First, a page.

At the Farnborough Airshow, Airbus demonstrated visual inspection the upper part of an aircraft using a drone equipped with a high-definition camera. Flown using an automatic flight control system supervised by a human pilot, the unmanned aerial vehicle (UAV) follows a predetermined flight path and automatically takes a series of pictures. All images, especially those showing potential scratches, dents, and paint defects, are compiled in a 3D digital model, recorded in a database, and then analyzed. Data acquisition by UAV takes 10 to 15 minutes instead of 2 hours using conventional methods. Operators no longer need to go up on a telescopic handler to perform the visual inspection, and picture analysis can be done afterward in an office.

“The use of this new technology offers better working conditions including improving the safety and comfort for the quality inspectors,” says Nathalie Ducombeau, Airbus head of quality.

A full-scale industrial test is being conducted on A330 aircraft, and Airbus is working on implementation on other programs.

US Coast Guard awards UAS contract to Insitu

© Ivan Cholakov |

Insitu will provide small unmanned aircraft systems (sUAS) services via ScanEagle aboard one U.S. Coast Guard national security cutter. The Coast Guard procured the services through a pre-existing multiple award contract executed by Naval Air Systems Command. The initial $4.5 million task order includes operation, integration, maintenance, and spares for a contractor-owned sUAS for one year. The task order has a total potential value of $12.3 million that includes options for up to three additional years. The Coast Guard will have full ownership of the surveillance data obtained.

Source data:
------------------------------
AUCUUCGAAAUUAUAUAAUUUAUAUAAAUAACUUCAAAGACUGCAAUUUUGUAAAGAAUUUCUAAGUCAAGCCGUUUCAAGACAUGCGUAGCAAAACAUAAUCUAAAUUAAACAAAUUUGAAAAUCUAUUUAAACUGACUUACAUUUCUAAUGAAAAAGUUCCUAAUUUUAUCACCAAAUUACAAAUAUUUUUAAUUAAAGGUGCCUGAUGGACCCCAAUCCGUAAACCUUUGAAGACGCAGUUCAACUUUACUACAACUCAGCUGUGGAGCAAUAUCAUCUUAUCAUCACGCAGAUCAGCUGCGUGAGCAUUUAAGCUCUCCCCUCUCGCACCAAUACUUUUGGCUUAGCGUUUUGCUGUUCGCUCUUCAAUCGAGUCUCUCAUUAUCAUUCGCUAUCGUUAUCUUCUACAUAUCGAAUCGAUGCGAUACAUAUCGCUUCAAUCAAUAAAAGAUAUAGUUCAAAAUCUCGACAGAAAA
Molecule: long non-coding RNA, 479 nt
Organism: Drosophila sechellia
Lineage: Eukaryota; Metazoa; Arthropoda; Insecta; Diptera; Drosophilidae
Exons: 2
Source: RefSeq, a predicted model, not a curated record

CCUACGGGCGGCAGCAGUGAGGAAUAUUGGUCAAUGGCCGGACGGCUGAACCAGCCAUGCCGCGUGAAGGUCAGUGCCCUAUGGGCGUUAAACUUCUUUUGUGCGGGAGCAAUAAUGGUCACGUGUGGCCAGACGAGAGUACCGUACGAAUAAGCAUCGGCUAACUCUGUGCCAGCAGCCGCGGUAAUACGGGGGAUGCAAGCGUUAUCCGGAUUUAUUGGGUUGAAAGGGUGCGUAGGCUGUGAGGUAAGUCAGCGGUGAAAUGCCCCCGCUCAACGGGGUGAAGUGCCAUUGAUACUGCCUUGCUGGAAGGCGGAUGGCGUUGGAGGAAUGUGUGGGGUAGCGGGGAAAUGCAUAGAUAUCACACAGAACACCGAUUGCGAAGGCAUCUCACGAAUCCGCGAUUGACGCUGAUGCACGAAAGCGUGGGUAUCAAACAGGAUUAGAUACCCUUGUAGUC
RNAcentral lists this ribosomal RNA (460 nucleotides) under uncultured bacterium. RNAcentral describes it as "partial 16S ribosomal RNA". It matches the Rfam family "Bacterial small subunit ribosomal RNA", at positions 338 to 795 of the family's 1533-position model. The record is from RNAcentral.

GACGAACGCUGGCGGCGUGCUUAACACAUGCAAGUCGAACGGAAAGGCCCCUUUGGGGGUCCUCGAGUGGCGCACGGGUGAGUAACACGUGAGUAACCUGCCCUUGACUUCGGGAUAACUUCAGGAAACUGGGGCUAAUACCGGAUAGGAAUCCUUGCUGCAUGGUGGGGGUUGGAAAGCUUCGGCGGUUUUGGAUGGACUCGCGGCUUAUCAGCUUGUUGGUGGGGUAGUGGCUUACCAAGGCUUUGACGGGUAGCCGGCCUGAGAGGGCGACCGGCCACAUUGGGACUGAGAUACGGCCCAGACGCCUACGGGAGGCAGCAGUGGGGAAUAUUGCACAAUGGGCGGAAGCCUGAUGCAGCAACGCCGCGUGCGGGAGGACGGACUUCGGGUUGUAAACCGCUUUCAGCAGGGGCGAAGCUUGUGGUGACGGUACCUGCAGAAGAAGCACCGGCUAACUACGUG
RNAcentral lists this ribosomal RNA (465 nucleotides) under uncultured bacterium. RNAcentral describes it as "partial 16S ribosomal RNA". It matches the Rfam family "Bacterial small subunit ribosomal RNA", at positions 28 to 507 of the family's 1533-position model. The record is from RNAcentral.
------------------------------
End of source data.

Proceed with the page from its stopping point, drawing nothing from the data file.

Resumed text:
PG&E tests UAS to inspect electric, gas infrastructure

Pacific Gas and Electric Co. (PG&E) is testing small unmanned aircraft systems (sUAS) to enhance the safety and reliability of its electric and gas service.

The utility is conducting two separate test programs under Federal Aviation Administration (FAA) authorization to explore the feasibility of using sUAS to monitor electric infrastructure in hard-to-reach areas and to detect methane leaks across its 70,000mi2 service area.

The tests demonstrate that sUAS can fly over terrain that is often inaccessible on foot, and send back imagery showing the condition of electric lines and equipment.

“We see significant possibilities not just for employee and public safety, but for increasing reliability of our service and response time to outages,” says Pat Hogan, senior vice president, Electric Transmission and Distribution, PG&E.

PG&E is working with NASA’s Jet Propulsion Laboratory (JPL) and other partners to test NASA’s Open Path Laser Spectrometer sensor on a sUAS. The miniature methane sensor JPL developed is 1,000x more sensitive than most commercially available technology.